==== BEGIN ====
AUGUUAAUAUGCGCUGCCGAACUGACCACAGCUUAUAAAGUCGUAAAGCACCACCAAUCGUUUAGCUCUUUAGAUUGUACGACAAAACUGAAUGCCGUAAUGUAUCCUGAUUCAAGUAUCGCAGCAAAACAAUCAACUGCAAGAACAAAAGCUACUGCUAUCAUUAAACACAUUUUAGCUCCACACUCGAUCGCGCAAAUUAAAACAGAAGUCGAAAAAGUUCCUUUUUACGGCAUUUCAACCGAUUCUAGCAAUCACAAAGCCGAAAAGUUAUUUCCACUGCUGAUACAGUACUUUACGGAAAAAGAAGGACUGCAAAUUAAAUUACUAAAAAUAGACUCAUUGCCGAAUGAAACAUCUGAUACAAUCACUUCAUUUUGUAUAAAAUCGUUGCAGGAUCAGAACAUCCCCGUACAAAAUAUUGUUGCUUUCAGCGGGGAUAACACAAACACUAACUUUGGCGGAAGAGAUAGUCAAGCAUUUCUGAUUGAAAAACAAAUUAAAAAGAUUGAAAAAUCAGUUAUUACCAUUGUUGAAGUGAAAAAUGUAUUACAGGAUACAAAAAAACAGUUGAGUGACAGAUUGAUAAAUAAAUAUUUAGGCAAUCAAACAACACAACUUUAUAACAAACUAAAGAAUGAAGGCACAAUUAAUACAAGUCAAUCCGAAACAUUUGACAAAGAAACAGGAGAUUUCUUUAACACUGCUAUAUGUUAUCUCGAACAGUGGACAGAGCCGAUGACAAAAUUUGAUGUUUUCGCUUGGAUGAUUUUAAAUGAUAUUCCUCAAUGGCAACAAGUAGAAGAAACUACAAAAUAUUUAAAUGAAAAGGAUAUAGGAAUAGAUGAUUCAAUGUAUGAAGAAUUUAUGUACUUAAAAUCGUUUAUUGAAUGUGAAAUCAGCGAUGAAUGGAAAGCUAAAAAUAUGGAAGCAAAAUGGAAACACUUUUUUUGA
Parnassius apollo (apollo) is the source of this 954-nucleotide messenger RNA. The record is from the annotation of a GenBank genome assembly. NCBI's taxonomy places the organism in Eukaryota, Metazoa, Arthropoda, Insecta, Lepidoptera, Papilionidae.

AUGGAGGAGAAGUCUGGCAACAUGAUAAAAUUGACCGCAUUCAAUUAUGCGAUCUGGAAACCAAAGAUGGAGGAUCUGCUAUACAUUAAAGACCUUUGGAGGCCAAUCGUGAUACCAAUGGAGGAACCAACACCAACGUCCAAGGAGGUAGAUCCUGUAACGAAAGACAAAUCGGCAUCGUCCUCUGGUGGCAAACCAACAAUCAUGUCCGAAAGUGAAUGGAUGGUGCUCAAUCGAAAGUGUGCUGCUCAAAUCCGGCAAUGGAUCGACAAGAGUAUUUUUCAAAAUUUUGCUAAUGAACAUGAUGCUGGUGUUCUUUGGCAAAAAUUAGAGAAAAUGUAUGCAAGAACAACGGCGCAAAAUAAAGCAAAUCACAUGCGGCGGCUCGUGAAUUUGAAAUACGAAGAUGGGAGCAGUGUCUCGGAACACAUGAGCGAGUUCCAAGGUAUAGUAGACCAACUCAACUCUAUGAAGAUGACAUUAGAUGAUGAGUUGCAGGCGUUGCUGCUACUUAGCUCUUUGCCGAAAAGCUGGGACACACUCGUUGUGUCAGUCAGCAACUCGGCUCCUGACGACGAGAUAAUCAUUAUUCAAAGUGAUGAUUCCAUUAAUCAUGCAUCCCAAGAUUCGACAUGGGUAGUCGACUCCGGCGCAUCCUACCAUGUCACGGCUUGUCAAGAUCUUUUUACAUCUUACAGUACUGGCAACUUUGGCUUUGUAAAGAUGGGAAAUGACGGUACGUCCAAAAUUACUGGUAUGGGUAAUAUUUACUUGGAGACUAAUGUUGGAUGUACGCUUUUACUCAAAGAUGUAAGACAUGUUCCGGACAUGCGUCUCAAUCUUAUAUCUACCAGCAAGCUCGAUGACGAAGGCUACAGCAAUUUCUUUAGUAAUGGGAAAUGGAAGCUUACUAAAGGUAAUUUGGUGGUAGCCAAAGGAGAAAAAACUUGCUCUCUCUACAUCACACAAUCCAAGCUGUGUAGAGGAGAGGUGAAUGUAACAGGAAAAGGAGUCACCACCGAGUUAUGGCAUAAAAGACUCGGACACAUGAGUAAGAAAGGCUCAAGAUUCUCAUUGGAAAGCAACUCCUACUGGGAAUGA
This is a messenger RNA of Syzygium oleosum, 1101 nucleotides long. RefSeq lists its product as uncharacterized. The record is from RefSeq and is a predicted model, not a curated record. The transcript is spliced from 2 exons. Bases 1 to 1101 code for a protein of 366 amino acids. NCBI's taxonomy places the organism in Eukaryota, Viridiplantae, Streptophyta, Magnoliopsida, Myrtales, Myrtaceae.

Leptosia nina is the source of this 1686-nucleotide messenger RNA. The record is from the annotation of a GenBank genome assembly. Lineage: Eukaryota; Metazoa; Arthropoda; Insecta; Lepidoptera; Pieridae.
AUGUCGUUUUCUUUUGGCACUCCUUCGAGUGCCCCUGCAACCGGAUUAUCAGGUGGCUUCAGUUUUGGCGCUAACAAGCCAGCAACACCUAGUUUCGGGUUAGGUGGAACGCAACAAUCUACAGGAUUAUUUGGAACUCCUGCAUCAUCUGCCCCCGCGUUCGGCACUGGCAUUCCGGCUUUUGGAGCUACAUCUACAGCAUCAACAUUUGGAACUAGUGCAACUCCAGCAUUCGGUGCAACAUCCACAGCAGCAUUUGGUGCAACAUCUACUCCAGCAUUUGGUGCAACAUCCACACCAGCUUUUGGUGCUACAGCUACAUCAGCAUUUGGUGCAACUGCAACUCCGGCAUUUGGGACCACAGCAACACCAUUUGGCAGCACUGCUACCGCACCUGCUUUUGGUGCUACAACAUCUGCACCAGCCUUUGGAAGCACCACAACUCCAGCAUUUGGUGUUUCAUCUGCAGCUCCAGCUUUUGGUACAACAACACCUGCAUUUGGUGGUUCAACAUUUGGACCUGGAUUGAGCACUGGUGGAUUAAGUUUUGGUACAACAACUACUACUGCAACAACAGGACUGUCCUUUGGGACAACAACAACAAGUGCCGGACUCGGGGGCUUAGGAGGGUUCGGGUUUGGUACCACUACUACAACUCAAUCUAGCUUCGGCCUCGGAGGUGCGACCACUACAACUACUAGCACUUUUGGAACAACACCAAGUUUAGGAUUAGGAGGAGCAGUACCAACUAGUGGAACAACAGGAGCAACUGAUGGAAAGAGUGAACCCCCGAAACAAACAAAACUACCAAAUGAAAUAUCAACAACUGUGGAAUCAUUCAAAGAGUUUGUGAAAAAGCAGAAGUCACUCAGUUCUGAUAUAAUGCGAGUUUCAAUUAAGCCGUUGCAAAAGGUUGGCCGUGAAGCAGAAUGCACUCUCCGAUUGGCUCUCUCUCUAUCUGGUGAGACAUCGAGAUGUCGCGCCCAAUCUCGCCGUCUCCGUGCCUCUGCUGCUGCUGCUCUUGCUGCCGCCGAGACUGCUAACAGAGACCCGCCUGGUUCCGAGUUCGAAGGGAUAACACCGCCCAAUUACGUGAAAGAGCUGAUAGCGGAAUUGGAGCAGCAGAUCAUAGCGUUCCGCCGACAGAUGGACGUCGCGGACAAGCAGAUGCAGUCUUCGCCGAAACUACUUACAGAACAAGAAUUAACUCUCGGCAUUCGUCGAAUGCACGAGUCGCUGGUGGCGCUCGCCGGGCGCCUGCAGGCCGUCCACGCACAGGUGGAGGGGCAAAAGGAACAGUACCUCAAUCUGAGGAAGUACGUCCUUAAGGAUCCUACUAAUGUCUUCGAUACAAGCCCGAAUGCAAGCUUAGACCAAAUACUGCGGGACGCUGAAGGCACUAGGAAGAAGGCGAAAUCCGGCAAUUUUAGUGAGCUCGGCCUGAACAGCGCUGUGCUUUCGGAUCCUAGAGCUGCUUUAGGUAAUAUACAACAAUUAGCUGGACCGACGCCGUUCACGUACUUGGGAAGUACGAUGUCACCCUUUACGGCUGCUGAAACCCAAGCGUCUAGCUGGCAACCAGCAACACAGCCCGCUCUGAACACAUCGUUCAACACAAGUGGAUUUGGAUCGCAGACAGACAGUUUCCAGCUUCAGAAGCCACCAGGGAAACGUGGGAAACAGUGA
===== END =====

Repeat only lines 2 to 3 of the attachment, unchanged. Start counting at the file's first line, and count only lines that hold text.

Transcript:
Parnassius apollo (apollo) is the source of this 954-nucleotide messenger RNA. The record is from the annotation of a GenBank genome assembly. NCBI's taxonomy places the organism in Eukaryota, Metazoa, Arthropoda, Insecta, Lepidoptera, Papilionidae.

AUGGAGGAGAAGUCUGGCAACAUGAUAAAAUUGACCGCAUUCAAUUAUGCGAUCUGGAAACCAAAGAUGGAGGAUCUGCUAUACAUUAAAGACCUUUGGAGGCCAAUCGUGAUACCAAUGGAGGAACCAACACCAACGUCCAAGGAGGUAGAUCCUGUAACGAAAGACAAAUCGGCAUCGUCCUCUGGUGGCAAACCAACAAUCAUGUCCGAAAGUGAAUGGAUGGUGCUCAAUCGAAAGUGUGCUGCUCAAAUCCGGCAAUGGAUCGACAAGAGUAUUUUUCAAAAUUUUGCUAAUGAACAUGAUGCUGGUGUUCUUUGGCAAAAAUUAGAGAAAAUGUAUGCAAGAACAACGGCGCAAAAUAAAGCAAAUCACAUGCGGCGGCUCGUGAAUUUGAAAUACGAAGAUGGGAGCAGUGUCUCGGAACACAUGAGCGAGUUCCAAGGUAUAGUAGACCAACUCAACUCUAUGAAGAUGACAUUAGAUGAUGAGUUGCAGGCGUUGCUGCUACUUAGCUCUUUGCCGAAAAGCUGGGACACACUCGUUGUGUCAGUCAGCAACUCGGCUCCUGACGACGAGAUAAUCAUUAUUCAAAGUGAUGAUUCCAUUAAUCAUGCAUCCCAAGAUUCGACAUGGGUAGUCGACUCCGGCGCAUCCUACCAUGUCACGGCUUGUCAAGAUCUUUUUACAUCUUACAGUACUGGCAACUUUGGCUUUGUAAAGAUGGGAAAUGACGGUACGUCCAAAAUUACUGGUAUGGGUAAUAUUUACUUGGAGACUAAUGUUGGAUGUACGCUUUUACUCAAAGAUGUAAGACAUGUUCCGGACAUGCGUCUCAAUCUUAUAUCUACCAGCAAGCUCGAUGACGAAGGCUACAGCAAUUUCUUUAGUAAUGGGAAAUGGAAGCUUACUAAAGGUAAUUUGGUGGUAGCCAAAGGAGAAAAAACUUGCUCUCUCUACAUCACACAAUCCAAGCUGUGUAGAGGAGAGGUGAAUGUAACAGGAAAAGGAGUCACCACCGAGUUAUGGCAUAAAAGACUCGGACACAUGAGUAAGAAAGGCUCAAGAUUCUCAUUGGAAAGCAACUCCUACUGGGAAUGA